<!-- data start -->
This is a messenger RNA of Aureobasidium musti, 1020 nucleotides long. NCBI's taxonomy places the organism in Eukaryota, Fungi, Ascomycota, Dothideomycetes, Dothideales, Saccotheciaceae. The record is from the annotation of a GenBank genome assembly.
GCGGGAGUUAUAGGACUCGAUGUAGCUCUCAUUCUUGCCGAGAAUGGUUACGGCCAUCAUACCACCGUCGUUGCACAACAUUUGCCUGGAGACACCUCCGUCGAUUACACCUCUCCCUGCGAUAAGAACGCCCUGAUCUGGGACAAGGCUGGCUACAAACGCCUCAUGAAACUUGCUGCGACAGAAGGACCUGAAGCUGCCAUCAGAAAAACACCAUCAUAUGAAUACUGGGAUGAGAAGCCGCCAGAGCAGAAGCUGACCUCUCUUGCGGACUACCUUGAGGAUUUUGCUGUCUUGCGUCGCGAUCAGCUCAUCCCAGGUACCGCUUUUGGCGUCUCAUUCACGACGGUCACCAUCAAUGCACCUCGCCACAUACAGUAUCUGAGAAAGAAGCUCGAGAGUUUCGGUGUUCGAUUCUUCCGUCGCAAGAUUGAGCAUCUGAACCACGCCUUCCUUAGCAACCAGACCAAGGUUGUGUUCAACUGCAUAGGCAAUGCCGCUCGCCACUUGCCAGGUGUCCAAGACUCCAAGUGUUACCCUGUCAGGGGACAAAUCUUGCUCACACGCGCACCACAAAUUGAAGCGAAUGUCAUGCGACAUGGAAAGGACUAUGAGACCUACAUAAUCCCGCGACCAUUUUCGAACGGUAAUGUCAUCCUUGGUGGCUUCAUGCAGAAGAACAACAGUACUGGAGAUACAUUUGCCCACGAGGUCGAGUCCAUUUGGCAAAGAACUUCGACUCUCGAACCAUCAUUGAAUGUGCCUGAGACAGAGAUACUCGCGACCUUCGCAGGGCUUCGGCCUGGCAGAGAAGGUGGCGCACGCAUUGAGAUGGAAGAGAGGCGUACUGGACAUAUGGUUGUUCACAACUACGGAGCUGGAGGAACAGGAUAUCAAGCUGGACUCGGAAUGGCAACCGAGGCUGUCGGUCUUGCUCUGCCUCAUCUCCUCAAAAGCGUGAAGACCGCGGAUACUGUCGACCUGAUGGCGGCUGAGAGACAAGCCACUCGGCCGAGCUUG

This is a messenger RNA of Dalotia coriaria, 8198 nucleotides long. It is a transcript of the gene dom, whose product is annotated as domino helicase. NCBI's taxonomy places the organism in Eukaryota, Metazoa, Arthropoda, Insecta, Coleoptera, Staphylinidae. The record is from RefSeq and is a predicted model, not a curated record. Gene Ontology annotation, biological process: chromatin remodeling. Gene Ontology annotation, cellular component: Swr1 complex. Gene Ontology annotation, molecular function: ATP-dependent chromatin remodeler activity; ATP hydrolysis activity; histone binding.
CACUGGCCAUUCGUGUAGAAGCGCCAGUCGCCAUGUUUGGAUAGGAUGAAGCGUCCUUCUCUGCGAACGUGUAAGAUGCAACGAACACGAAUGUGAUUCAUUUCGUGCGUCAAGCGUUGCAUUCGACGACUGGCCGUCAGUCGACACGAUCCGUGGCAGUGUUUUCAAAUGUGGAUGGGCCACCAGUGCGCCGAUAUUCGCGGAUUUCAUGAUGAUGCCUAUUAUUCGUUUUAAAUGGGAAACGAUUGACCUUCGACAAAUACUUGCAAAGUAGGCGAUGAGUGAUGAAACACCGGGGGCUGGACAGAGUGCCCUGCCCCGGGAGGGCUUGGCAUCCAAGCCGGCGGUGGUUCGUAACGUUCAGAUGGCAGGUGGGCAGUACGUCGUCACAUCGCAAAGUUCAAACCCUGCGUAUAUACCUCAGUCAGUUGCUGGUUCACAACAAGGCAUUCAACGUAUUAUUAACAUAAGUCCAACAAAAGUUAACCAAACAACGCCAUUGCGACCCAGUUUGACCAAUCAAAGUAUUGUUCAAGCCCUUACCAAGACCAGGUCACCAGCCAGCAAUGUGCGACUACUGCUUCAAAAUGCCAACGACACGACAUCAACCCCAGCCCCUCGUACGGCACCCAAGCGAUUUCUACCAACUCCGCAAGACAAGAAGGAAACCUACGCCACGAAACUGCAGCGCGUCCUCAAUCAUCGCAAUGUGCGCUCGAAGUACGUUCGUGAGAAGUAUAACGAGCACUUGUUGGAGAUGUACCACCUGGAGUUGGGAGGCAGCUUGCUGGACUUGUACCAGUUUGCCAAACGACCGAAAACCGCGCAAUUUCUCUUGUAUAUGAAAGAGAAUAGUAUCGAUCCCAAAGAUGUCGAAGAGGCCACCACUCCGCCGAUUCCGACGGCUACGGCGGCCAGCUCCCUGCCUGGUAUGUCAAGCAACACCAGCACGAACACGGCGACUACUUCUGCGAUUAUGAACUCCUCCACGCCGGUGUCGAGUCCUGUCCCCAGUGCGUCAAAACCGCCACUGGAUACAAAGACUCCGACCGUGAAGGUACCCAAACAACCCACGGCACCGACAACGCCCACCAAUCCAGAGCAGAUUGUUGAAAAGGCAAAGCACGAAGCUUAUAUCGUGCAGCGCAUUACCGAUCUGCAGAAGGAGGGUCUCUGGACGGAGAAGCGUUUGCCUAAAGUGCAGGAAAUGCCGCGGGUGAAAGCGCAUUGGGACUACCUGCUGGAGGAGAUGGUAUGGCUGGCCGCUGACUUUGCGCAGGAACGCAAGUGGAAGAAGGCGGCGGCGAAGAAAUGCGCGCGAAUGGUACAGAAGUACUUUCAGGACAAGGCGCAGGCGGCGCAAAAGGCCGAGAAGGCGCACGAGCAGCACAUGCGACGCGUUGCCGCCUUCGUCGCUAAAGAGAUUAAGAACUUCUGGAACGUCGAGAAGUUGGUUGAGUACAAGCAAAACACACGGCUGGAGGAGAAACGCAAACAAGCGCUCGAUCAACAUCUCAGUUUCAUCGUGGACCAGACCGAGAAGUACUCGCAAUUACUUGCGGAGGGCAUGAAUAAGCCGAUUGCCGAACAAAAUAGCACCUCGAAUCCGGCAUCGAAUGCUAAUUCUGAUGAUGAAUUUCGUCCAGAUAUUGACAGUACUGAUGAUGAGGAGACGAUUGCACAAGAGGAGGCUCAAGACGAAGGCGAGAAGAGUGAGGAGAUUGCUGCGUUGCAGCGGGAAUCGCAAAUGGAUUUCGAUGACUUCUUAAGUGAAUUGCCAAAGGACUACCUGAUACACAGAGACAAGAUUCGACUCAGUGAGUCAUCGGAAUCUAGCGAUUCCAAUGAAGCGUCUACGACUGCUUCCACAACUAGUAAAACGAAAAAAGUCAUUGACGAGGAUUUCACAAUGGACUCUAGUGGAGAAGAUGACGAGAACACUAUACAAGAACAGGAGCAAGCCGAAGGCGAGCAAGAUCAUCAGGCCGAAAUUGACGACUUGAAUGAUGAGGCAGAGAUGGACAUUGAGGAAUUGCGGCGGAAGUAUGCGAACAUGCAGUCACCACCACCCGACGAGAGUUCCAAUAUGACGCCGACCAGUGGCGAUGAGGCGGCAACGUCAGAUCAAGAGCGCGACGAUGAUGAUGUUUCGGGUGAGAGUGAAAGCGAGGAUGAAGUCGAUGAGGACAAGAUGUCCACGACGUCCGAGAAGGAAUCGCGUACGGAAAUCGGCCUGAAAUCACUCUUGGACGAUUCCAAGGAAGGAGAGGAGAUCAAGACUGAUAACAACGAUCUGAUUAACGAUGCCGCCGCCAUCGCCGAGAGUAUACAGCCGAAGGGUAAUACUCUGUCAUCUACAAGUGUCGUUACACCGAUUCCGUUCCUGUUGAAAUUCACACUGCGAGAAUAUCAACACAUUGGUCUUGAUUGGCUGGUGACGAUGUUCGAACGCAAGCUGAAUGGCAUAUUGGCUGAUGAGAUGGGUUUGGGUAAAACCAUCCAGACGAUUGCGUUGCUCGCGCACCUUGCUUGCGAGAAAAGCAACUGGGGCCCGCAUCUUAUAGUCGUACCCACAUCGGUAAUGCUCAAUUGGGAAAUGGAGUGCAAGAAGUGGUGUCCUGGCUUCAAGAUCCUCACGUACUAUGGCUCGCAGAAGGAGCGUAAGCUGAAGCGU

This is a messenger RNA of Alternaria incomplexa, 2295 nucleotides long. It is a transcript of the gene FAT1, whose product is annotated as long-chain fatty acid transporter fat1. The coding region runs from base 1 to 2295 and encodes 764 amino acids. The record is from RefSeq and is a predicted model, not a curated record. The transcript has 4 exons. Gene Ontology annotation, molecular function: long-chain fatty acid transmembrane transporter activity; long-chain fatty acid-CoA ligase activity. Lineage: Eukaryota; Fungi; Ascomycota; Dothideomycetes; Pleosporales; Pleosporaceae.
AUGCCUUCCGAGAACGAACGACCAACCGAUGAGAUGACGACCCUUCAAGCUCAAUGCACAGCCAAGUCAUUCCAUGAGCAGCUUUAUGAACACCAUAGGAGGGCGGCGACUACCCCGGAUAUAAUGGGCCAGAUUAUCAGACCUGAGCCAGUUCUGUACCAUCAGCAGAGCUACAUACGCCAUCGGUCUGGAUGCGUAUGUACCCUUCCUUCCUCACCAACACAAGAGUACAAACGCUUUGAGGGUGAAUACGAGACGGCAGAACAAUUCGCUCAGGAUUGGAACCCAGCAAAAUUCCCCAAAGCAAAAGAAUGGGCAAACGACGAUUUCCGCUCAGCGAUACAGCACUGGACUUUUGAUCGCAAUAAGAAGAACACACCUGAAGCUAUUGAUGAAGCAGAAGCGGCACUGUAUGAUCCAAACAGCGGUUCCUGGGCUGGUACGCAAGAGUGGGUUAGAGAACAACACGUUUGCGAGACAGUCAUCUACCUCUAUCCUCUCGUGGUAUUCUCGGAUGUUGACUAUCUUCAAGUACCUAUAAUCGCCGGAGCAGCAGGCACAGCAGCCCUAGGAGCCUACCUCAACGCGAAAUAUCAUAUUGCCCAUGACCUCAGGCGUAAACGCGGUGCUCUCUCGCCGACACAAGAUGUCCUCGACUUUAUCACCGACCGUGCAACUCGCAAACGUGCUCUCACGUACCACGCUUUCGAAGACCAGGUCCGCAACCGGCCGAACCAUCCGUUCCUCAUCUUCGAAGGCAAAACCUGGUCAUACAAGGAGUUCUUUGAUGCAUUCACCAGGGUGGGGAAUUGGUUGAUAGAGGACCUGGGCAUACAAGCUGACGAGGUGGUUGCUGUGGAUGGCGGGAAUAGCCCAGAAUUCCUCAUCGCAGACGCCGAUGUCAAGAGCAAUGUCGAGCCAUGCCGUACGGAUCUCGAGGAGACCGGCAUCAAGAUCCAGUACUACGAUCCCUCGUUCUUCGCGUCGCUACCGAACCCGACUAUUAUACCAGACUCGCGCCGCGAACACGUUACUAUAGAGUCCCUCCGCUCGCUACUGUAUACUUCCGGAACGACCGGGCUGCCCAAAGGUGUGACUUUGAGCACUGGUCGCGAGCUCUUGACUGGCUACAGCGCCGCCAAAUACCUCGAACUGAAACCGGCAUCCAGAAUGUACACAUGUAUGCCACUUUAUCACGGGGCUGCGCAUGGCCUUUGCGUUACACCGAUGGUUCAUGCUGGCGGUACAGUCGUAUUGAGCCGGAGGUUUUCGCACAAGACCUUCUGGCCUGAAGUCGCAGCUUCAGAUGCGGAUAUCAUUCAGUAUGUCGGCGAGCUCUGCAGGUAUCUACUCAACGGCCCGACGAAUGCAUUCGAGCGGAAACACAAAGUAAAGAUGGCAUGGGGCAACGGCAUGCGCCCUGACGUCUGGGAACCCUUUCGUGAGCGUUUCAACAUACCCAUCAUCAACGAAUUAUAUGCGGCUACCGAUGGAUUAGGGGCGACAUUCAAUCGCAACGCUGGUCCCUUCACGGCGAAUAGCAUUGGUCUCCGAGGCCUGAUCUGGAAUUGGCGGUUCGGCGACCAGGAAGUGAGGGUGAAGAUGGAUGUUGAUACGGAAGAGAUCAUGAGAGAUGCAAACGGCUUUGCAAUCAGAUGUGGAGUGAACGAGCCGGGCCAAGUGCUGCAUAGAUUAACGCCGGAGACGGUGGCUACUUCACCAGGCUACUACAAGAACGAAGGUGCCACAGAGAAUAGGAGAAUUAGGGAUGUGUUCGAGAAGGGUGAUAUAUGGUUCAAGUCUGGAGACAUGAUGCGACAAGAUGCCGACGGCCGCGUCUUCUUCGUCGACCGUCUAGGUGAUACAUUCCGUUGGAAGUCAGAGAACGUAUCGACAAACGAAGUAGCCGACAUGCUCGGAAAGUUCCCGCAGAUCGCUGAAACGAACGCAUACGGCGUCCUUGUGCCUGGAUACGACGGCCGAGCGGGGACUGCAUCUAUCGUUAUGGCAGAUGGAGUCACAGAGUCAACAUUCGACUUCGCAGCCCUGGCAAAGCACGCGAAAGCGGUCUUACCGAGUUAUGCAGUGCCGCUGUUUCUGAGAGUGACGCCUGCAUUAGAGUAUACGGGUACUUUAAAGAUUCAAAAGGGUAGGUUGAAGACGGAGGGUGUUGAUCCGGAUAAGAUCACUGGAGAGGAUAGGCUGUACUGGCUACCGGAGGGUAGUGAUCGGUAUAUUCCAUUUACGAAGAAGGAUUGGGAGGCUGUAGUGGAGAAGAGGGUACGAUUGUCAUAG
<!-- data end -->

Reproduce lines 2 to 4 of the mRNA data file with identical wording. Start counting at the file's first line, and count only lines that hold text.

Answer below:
GCGGGAGUUAUAGGACUCGAUGUAGCUCUCAUUCUUGCCGAGAAUGGUUACGGCCAUCAUACCACCGUCGUUGCACAACAUUUGCCUGGAGACACCUCCGUCGAUUACACCUCUCCCUGCGAUAAGAACGCCCUGAUCUGGGACAAGGCUGGCUACAAACGCCUCAUGAAACUUGCUGCGACAGAAGGACCUGAAGCUGCCAUCAGAAAAACACCAUCAUAUGAAUACUGGGAUGAGAAGCCGCCAGAGCAGAAGCUGACCUCUCUUGCGGACUACCUUGAGGAUUUUGCUGUCUUGCGUCGCGAUCAGCUCAUCCCAGGUACCGCUUUUGGCGUCUCAUUCACGACGGUCACCAUCAAUGCACCUCGCCACAUACAGUAUCUGAGAAAGAAGCUCGAGAGUUUCGGUGUUCGAUUCUUCCGUCGCAAGAUUGAGCAUCUGAACCACGCCUUCCUUAGCAACCAGACCAAGGUUGUGUUCAACUGCAUAGGCAAUGCCGCUCGCCACUUGCCAGGUGUCCAAGACUCCAAGUGUUACCCUGUCAGGGGACAAAUCUUGCUCACACGCGCACCACAAAUUGAAGCGAAUGUCAUGCGACAUGGAAAGGACUAUGAGACCUACAUAAUCCCGCGACCAUUUUCGAACGGUAAUGUCAUCCUUGGUGGCUUCAUGCAGAAGAACAACAGUACUGGAGAUACAUUUGCCCACGAGGUCGAGUCCAUUUGGCAAAGAACUUCGACUCUCGAACCAUCAUUGAAUGUGCCUGAGACAGAGAUACUCGCGACCUUCGCAGGGCUUCGGCCUGGCAGAGAAGGUGGCGCACGCAUUGAGAUGGAAGAGAGGCGUACUGGACAUAUGGUUGUUCACAACUACGGAGCUGGAGGAACAGGAUAUCAAGCUGGACUCGGAAUGGCAACCGAGGCUGUCGGUCUUGCUCUGCCUCAUCUCCUCAAAAGCGUGAAGACCGCGGAUACUGUCGACCUGAUGGCGGCUGAGAGACAAGCCACUCGGCCGAGCUUG

This is a messenger RNA of Dalotia coriaria, 8198 nucleotides long. It is a transcript of the gene dom, whose product is annotated as domino helicase. NCBI's taxonomy places the organism in Eukaryota, Metazoa, Arthropoda, Insecta, Coleoptera, Staphylinidae. The record is from RefSeq and is a predicted model, not a curated record. Gene Ontology annotation, biological process: chromatin remodeling. Gene Ontology annotation, cellular component: Swr1 complex. Gene Ontology annotation, molecular function: ATP-dependent chromatin remodeler activity; ATP hydrolysis activity; histone binding.
CACUGGCCAUUCGUGUAGAAGCGCCAGUCGCCAUGUUUGGAUAGGAUGAAGCGUCCUUCUCUGCGAACGUGUAAGAUGCAACGAACACGAAUGUGAUUCAUUUCGUGCGUCAAGCGUUGCAUUCGACGACUGGCCGUCAGUCGACACGAUCCGUGGCAGUGUUUUCAAAUGUGGAUGGGCCACCAGUGCGCCGAUAUUCGCGGAUUUCAUGAUGAUGCCUAUUAUUCGUUUUAAAUGGGAAACGAUUGACCUUCGACAAAUACUUGCAAAGUAGGCGAUGAGUGAUGAAACACCGGGGGCUGGACAGAGUGCCCUGCCCCGGGAGGGCUUGGCAUCCAAGCCGGCGGUGGUUCGUAACGUUCAGAUGGCAGGUGGGCAGUACGUCGUCACAUCGCAAAGUUCAAACCCUGCGUAUAUACCUCAGUCAGUUGCUGGUUCACAACAAGGCAUUCAACGUAUUAUUAACAUAAGUCCAACAAAAGUUAACCAAACAACGCCAUUGCGACCCAGUUUGACCAAUCAAAGUAUUGUUCAAGCCCUUACCAAGACCAGGUCACCAGCCAGCAAUGUGCGACUACUGCUUCAAAAUGCCAACGACACGACAUCAACCCCAGCCCCUCGUACGGCACCCAAGCGAUUUCUACCAACUCCGCAAGACAAGAAGGAAACCUACGCCACGAAACUGCAGCGCGUCCUCAAUCAUCGCAAUGUGCGCUCGAAGUACGUUCGUGAGAAGUAUAACGAGCACUUGUUGGAGAUGUACCACCUGGAGUUGGGAGGCAGCUUGCUGGACUUGUACCAGUUUGCCAAACGACCGAAAACCGCGCAAUUUCUCUUGUAUAUGAAAGAGAAUAGUAUCGAUCCCAAAGAUGUCGAAGAGGCCACCACUCCGCCGAUUCCGACGGCUACGGCGGCCAGCUCCCUGCCUGGUAUGUCAAGCAACACCAGCACGAACACGGCGACUACUUCUGCGAUUAUGAACUCCUCCACGCCGGUGUCGAGUCCUGUCCCCAGUGCGUCAAAACCGCCACUGGAUACAAAGACUCCGACCGUGAAGGUACCCAAACAACCCACGGCACCGACAACGCCCACCAAUCCAGAGCAGAUUGUUGAAAAGGCAAAGCACGAAGCUUAUAUCGUGCAGCGCAUUACCGAUCUGCAGAAGGAGGGUCUCUGGACGGAGAAGCGUUUGCCUAAAGUGCAGGAAAUGCCGCGGGUGAAAGCGCAUUGGGACUACCUGCUGGAGGAGAUGGUAUGGCUGGCCGCUGACUUUGCGCAGGAACGCAAGUGGAAGAAGGCGGCGGCGAAGAAAUGCGCGCGAAUGGUACAGAAGUACUUUCAGGACAAGGCGCAGGCGGCGCAAAAGGCCGAGAAGGCGCACGAGCAGCACAUGCGACGCGUUGCCGCCUUCGUCGCUAAAGAGAUUAAGAACUUCUGGAACGUCGAGAAGUUGGUUGAGUACAAGCAAAACACACGGCUGGAGGAGAAACGCAAACAAGCGCUCGAUCAACAUCUCAGUUUCAUCGUGGACCAGACCGAGAAGUACUCGCAAUUACUUGCGGAGGGCAUGAAUAAGCCGAUUGCCGAACAAAAUAGCACCUCGAAUCCGGCAUCGAAUGCUAAUUCUGAUGAUGAAUUUCGUCCAGAUAUUGACAGUACUGAUGAUGAGGAGACGAUUGCACAAGAGGAGGCUCAAGACGAAGGCGAGAAGAGUGAGGAGAUUGCUGCGUUGCAGCGGGAAUCGCAAAUGGAUUUCGAUGACUUCUUAAGUGAAUUGCCAAAGGACUACCUGAUACACAGAGACAAGAUUCGACUCAGUGAGUCAUCGGAAUCUAGCGAUUCCAAUGAAGCGUCUACGACUGCUUCCACAACUAGUAAAACGAAAAAAGUCAUUGACGAGGAUUUCACAAUGGACUCUAGUGGAGAAGAUGACGAGAACACUAUACAAGAACAGGAGCAAGCCGAAGGCGAGCAAGAUCAUCAGGCCGAAAUUGACGACUUGAAUGAUGAGGCAGAGAUGGACAUUGAGGAAUUGCGGCGGAAGUAUGCGAACAUGCAGUCACCACCACCCGACGAGAGUUCCAAUAUGACGCCGACCAGUGGCGAUGAGGCGGCAACGUCAGAUCAAGAGCGCGACGAUGAUGAUGUUUCGGGUGAGAGUGAAAGCGAGGAUGAAGUCGAUGAGGACAAGAUGUCCACGACGUCCGAGAAGGAAUCGCGUACGGAAAUCGGCCUGAAAUCACUCUUGGACGAUUCCAAGGAAGGAGAGGAGAUCAAGACUGAUAACAACGAUCUGAUUAACGAUGCCGCCGCCAUCGCCGAGAGUAUACAGCCGAAGGGUAAUACUCUGUCAUCUACAAGUGUCGUUACACCGAUUCCGUUCCUGUUGAAAUUCACACUGCGAGAAUAUCAACACAUUGGUCUUGAUUGGCUGGUGACGAUGUUCGAACGCAAGCUGAAUGGCAUAUUGGCUGAUGAGAUGGGUUUGGGUAAAACCAUCCAGACGAUUGCGUUGCUCGCGCACCUUGCUUGCGAGAAAAGCAACUGGGGCCCGCAUCUUAUAGUCGUACCCACAUCGGUAAUGCUCAAUUGGGAAAUGGAGUGCAAGAAGUGGUGUCCUGGCUUCAAGAUCCUCACGUACUAUGGCUCGCAGAAGGAGCGUAAGCUGAAGCGU